In 2006, after 2 years of research, my research paper entitled, A QUALITATIVE STUDY TO DEFINE OSTEOPATHIC PALPATION PERCEPTION AND A PROPOSAL FOR A NEW PERCEPTUAL PATHWAY, prepared for the Canadian College of Osteopathy, was presented to an international jury. It won the Andrew Taylor Still Award. This study investigated osteopathic palpation perception in order to verify its usefulness within the profession. The research sought to understand the essence of osteopathic palpation perception, and to textualize that experience. This examination resulted in the following: establishment of a formal definition of osteopathic palpation, a distinction between mechanical and complex palpation, and some surprising physiological information about osteopathic perception. Examination of such external sources as biology (including neurology and biophysics), complexity theory, consciousness, Phenomenology, philosophy, and quantum physics confirmed much that was understood experientially by the profession about palpation perception. Additionally, by combining this external source data with the experiential data from interviews with internationally known and respected osteopaths, new insights emerged that led to an enhanced understanding of osteopathy’s primary tool. In the end, this study’s findings both corroborated and expanded osteopathy’s understanding of palpation perception, by elaborating on the details of that understanding, and thereby providing overwhelming support for the efficacy of this tool. A surprising finding had to do with an examination of water’s role in perception, and a new proposed physiological perceptual pathway was described. In a 30-40 minute keynote address, the definition of osteopathic palpation perception will be reviewed followed by the physiological pathway that supports it.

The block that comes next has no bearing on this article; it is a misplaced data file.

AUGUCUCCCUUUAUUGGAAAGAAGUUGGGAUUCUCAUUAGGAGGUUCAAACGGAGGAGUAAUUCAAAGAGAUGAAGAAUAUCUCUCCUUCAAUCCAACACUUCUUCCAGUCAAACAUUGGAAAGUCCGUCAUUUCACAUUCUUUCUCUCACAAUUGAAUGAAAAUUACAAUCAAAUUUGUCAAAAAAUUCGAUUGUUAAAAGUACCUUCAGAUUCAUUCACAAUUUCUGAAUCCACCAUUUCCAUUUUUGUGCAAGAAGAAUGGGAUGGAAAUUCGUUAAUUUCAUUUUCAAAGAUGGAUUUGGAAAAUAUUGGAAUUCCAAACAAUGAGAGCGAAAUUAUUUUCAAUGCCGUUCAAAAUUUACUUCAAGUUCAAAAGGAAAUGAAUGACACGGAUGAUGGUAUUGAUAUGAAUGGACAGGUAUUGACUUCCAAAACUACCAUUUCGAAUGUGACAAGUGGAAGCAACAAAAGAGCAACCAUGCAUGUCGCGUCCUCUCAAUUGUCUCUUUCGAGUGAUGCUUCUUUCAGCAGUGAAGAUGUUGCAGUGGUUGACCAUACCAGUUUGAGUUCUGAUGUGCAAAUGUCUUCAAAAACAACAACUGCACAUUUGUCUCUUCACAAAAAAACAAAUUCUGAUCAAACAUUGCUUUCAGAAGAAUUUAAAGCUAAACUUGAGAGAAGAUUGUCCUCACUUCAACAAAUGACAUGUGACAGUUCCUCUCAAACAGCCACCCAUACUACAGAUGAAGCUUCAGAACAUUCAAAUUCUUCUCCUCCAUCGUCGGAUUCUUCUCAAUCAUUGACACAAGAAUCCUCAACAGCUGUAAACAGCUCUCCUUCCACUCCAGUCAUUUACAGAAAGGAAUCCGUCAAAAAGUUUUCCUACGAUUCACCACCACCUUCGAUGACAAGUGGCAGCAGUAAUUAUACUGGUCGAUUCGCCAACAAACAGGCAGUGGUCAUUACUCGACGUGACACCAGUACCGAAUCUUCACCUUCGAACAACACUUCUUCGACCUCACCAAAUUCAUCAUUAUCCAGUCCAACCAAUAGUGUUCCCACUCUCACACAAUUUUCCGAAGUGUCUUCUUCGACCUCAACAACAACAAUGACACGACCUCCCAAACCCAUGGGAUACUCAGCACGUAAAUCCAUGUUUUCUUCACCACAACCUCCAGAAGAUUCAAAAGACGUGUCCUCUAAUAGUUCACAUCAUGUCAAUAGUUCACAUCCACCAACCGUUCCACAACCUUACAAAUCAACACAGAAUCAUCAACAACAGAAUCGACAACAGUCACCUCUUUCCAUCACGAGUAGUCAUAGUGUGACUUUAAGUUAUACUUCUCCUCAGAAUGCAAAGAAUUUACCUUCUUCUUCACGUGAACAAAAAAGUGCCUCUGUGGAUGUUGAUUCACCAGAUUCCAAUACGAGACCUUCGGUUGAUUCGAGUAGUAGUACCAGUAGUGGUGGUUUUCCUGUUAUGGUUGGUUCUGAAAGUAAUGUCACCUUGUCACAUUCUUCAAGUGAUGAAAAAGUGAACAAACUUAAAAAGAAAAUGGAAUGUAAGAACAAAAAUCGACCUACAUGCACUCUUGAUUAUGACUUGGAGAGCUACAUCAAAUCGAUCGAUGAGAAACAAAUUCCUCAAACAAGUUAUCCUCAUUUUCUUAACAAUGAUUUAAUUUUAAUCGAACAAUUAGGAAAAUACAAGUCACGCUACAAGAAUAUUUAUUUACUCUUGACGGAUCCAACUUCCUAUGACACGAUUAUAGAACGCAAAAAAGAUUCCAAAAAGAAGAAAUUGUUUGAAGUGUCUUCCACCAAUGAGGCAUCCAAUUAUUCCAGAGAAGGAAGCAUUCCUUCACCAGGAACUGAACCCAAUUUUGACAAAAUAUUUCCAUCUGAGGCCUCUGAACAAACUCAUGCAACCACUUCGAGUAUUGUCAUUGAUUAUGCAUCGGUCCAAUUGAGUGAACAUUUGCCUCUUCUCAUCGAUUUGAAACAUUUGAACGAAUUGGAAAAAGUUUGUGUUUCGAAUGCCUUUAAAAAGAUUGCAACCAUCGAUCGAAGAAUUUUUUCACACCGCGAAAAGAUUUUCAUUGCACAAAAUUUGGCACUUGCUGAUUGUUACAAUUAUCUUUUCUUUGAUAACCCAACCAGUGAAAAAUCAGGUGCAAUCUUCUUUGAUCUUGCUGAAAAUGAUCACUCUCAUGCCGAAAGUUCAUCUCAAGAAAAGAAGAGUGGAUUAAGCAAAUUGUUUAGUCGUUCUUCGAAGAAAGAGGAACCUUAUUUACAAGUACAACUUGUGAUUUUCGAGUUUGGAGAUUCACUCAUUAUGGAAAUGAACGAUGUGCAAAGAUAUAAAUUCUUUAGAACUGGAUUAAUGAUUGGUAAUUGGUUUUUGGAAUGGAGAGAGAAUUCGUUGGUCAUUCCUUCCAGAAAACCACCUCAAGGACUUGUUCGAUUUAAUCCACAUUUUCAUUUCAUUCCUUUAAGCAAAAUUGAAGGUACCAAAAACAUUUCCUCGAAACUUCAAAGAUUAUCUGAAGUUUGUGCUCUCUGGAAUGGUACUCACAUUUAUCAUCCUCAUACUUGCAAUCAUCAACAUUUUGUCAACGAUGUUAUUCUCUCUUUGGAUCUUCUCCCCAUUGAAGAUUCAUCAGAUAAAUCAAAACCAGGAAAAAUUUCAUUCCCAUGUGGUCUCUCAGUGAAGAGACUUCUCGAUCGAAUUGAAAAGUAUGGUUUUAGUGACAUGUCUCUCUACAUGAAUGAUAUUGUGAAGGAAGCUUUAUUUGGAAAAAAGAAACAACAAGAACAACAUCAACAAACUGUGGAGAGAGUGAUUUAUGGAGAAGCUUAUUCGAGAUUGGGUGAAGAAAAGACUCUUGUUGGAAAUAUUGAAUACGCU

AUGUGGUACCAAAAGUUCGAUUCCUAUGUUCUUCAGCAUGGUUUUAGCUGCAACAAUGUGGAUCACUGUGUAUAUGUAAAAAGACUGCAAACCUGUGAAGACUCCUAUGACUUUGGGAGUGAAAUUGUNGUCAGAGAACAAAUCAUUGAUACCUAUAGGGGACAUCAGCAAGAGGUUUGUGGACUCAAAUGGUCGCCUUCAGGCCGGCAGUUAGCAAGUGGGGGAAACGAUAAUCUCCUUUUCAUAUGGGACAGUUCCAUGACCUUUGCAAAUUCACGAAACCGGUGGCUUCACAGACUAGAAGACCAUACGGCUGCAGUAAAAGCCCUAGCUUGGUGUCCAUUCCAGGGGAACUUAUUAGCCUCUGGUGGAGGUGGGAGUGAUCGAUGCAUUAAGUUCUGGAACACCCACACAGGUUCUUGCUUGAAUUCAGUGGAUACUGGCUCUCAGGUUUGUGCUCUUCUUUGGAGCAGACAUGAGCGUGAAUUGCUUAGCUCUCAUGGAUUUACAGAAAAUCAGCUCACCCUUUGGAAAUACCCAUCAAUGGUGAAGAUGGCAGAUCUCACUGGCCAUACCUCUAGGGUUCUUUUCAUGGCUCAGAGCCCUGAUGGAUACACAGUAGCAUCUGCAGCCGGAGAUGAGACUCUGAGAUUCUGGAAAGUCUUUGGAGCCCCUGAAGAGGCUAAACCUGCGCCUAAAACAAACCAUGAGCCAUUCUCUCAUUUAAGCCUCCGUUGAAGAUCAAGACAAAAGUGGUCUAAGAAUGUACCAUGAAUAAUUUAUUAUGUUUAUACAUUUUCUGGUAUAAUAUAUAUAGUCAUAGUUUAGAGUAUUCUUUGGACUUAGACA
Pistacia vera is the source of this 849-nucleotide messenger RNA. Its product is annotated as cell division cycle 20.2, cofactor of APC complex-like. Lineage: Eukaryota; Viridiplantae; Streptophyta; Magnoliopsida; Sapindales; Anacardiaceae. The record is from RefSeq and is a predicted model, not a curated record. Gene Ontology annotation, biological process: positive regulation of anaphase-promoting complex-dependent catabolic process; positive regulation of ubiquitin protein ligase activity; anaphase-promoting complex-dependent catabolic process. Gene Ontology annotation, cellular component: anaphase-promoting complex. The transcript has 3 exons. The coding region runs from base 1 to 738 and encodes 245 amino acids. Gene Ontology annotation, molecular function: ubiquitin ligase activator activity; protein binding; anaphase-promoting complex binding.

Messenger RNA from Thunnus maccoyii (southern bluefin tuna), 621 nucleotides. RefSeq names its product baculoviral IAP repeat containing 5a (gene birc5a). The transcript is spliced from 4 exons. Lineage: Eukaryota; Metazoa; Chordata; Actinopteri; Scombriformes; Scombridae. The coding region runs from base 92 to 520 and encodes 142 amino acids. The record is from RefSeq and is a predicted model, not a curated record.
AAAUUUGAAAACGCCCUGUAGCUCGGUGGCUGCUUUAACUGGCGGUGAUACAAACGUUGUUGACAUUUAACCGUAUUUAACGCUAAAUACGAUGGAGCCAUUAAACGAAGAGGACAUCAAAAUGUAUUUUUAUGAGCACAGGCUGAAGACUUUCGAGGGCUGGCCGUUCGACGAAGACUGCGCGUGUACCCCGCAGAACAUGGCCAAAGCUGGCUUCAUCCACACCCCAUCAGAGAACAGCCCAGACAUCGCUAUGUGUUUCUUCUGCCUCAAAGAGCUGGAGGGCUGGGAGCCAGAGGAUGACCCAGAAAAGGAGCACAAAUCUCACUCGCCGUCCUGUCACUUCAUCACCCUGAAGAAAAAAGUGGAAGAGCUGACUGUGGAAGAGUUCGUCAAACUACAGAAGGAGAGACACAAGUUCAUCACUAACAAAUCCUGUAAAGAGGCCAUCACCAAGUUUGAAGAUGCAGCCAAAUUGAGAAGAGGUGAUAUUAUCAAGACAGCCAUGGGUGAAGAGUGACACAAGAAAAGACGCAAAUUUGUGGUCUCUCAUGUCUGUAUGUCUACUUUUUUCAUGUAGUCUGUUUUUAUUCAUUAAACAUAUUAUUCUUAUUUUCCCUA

PAUL PSUTKA BIOGRAPHY Coming to osteopathic studies in mid-life, Paul Psutka received his osteopathic degree from the Canadian College of Osteopathy in 2006. Having prepared a comprehensive qualitative research paper on the topic of osteopathic palpation perception, he is an acknowledged credible expert on this topic. His private clinic in rural Ontario, Canada occupies most of his professional career. He has taught many private seminars addressing both palpation perception and treatment methods. Prior to entering osteopathic college, he studied CranioSacral therapy to an advanced level, thereby honing his perceptual abilities even before beginning his formal osteopathic training. Paul lives with his wife and children in Winterbourne, Ontario, where, for the last 4 years he has been building an energy-efficient straw-bale house that will act as both his residence and clinic.